While it is possible to calculate the phase shifts and determine all component values mathematically, it's generally far easier (and a lot faster) to use an empirical approach. There are so many influences that can't easily be calculated or modelled that attempting to do so is a waste of time. If the transformer's self-resonant frequency is within the amplifier's bandwidth, it may be necessary to use a Zobel network to minimise phase shift which can easily exceed the critical 180° value required for oscillation. With that much phase shift, negative feedback becomes positive feedback, and the amplifier will oscillate if no corrective measures are taken.
Valve amplifier power supplies are usually fairly crude, but for many designs they should be far better than is usually provided. Especially for ultra-linear operation, the B+ supply should be well regulated and as hum-free as possible. In the heyday of valve amps, choke input filters were common in power supplies, but these are few and far between now. The traditional capacitor input filter is almost universal, even though this type has very poor regulation. Part of the problem is that high current chokes (inductors) are large and expensive, while high value, high voltage electrolytic capacitors are now common - largely due to the demands of switchmode power supplies. While valve aficionados might like to think that these electros are made for them and their valve amps, this is sadly not the case.
It seems that it's not at all uncommon for designers to specify transformers that do not have a high enough VA rating for valve amps. This is especially true of guitar amps, because they are often pushed into clipping for extended periods, so output power is far greater than with a sinewave. A typical 100W valve amp can deliver over 150W when pushed to its limits, and this must be accounted for in the design. All valve amps have a fairly high quiescent current, being the output stage bias current, the current drawn by the preamp stages (which is usually very small), and of course the heaters for all the valves. There is no possible guideline for this - it depends on a great many factors and must be calculated for each design - with allowances!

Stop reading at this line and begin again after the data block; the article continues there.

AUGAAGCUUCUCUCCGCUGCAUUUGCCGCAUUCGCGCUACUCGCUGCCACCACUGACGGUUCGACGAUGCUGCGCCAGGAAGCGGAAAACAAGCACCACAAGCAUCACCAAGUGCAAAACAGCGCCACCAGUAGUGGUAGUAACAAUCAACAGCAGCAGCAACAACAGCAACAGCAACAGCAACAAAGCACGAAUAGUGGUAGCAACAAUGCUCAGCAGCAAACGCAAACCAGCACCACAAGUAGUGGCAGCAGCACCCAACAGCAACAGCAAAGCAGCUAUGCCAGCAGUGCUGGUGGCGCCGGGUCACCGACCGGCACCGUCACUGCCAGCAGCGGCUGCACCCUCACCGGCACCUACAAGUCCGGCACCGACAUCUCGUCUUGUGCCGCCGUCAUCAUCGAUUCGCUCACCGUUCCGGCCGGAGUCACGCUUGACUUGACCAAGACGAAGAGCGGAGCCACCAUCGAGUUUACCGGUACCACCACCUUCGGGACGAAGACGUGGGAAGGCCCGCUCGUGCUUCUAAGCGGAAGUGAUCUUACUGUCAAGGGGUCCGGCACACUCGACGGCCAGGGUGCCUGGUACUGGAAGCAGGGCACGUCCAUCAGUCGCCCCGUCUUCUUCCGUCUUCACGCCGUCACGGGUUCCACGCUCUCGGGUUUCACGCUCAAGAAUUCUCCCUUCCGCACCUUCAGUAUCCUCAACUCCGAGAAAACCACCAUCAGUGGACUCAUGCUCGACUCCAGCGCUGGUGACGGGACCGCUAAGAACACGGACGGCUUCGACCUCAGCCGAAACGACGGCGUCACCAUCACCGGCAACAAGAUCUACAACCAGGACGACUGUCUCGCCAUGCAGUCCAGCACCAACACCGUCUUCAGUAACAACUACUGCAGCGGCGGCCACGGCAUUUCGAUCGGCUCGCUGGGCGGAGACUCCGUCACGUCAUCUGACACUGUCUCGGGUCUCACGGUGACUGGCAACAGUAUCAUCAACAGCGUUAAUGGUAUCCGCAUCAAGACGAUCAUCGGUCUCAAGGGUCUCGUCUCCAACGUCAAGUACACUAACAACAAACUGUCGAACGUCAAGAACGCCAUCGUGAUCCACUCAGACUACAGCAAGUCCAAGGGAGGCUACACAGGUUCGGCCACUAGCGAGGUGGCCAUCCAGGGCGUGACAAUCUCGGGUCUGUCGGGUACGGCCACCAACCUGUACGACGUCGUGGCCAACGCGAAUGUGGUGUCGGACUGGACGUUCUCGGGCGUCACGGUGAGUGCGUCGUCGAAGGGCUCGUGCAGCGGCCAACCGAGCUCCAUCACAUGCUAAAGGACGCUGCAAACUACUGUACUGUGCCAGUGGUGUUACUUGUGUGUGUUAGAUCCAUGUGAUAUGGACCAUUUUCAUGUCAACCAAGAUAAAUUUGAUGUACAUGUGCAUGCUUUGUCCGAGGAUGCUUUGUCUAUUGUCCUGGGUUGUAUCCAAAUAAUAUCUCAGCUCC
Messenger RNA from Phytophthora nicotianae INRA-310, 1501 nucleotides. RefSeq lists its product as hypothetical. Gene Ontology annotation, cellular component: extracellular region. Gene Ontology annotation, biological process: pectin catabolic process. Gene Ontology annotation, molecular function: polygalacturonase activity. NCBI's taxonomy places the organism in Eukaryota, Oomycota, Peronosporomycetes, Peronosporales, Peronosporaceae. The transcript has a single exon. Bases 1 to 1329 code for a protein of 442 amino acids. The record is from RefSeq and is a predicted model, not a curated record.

There are many different voltages needed in a typical valve amp, and it is imperative that any disturbance caused by the output stage cannot get through to the preamp stages. A form of oscillation commonly referred to as 'motor-boating' is the result, so called because it sounds rather like an old style single cylinder boat engine. If this type of oscillation is experienced, it's almost always because there is insufficient filtering between the stages, or the preamp is being allowed to provide amplification for exceptionally low frequencies.
It must be understood that early designs often used very small filter capacitors. This wasn't done to improve the sound, it was because high value electros simply weren't available. If you look inside a 1940s era amp, you might see caps rated at 8µF or perhaps 16µF or 20µF+20µF (in a single can), where you might otherwise have used a 450µF cap. The values used were what was available at the time, and back then no-one would even think of using a 470µF 450V cap, because they didn't exist for consumer products (and perhaps not at all). Some amplifiers even used paper and foil in oil caps. While these have an (allegedly) indefinite life, available values were extremely low by today's standards.
The current trend to try to make amps just as they were in the 1930s, including old style low-value electrolytic (or paper in oil) caps is just plain silly. Anyone who thinks this is a good idea must - immediately - have their music collection transferred to shellac discs to experience the full benefit of the era. It's also best that quartz clocks in the listening room be replaced by mechanical clocks. Pipes and smoking jackets are optional.
Power transformers often require several different windings, some with high voltage insulation so the rectifier valves filaments are isolated from everything else. The filaments of most rectifier valves are directly heated, and the cathode is the positive voltage (more on this later). Every extra winding takes up valuable space in the transformer, so it is in everyone's best interests to keep the number of windings to a minimum. In the early days (valve rectifiers), the high voltage secondary was always a centre-tapped winding. This made rectification easier, but wasted quite a bit of space and ensured that a much greater voltage than necessary was developed. A centre tapped winding for a full wave rectifier needs a total voltage that's double that of a bridge rectifier, but there was no other sensible choice at the time. While voltage doublers and even triplers were made using valve rectifiers, in most cases multiple insulated filament windings are needed - somewhat inconvenient to put it mildly.